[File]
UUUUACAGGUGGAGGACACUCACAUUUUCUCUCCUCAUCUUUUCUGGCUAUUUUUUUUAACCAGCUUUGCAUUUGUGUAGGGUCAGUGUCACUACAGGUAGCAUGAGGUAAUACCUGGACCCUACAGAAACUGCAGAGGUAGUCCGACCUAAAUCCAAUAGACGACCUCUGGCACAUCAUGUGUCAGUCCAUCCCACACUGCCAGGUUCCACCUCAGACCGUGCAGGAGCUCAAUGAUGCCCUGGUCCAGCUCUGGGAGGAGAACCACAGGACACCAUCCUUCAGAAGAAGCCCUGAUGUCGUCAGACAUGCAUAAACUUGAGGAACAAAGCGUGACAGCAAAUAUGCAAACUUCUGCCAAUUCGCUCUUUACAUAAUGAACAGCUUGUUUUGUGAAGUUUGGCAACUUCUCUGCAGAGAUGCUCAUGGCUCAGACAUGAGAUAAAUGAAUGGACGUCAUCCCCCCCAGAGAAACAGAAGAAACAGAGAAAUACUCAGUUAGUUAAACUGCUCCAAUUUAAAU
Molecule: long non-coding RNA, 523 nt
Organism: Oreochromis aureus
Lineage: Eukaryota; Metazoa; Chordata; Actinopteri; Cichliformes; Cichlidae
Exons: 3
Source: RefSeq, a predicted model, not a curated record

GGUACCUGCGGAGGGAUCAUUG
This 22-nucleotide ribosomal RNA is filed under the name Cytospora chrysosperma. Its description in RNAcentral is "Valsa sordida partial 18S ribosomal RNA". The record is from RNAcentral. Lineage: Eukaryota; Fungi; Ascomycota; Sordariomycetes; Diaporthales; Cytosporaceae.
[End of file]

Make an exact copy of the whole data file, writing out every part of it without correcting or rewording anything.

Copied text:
UUUUACAGGUGGAGGACACUCACAUUUUCUCUCCUCAUCUUUUCUGGCUAUUUUUUUUAACCAGCUUUGCAUUUGUGUAGGGUCAGUGUCACUACAGGUAGCAUGAGGUAAUACCUGGACCCUACAGAAACUGCAGAGGUAGUCCGACCUAAAUCCAAUAGACGACCUCUGGCACAUCAUGUGUCAGUCCAUCCCACACUGCCAGGUUCCACCUCAGACCGUGCAGGAGCUCAAUGAUGCCCUGGUCCAGCUCUGGGAGGAGAACCACAGGACACCAUCCUUCAGAAGAAGCCCUGAUGUCGUCAGACAUGCAUAAACUUGAGGAACAAAGCGUGACAGCAAAUAUGCAAACUUCUGCCAAUUCGCUCUUUACAUAAUGAACAGCUUGUUUUGUGAAGUUUGGCAACUUCUCUGCAGAGAUGCUCAUGGCUCAGACAUGAGAUAAAUGAAUGGACGUCAUCCCCCCCAGAGAAACAGAAGAAACAGAGAAAUACUCAGUUAGUUAAACUGCUCCAAUUUAAAU
Molecule: long non-coding RNA, 523 nt
Organism: Oreochromis aureus
Lineage: Eukaryota; Metazoa; Chordata; Actinopteri; Cichliformes; Cichlidae
Exons: 3
Source: RefSeq, a predicted model, not a curated record

GGUACCUGCGGAGGGAUCAUUG
This 22-nucleotide ribosomal RNA is filed under the name Cytospora chrysosperma. Its description in RNAcentral is "Valsa sordida partial 18S ribosomal RNA". The record is from RNAcentral. Lineage: Eukaryota; Fungi; Ascomycota; Sordariomycetes; Diaporthales; Cytosporaceae.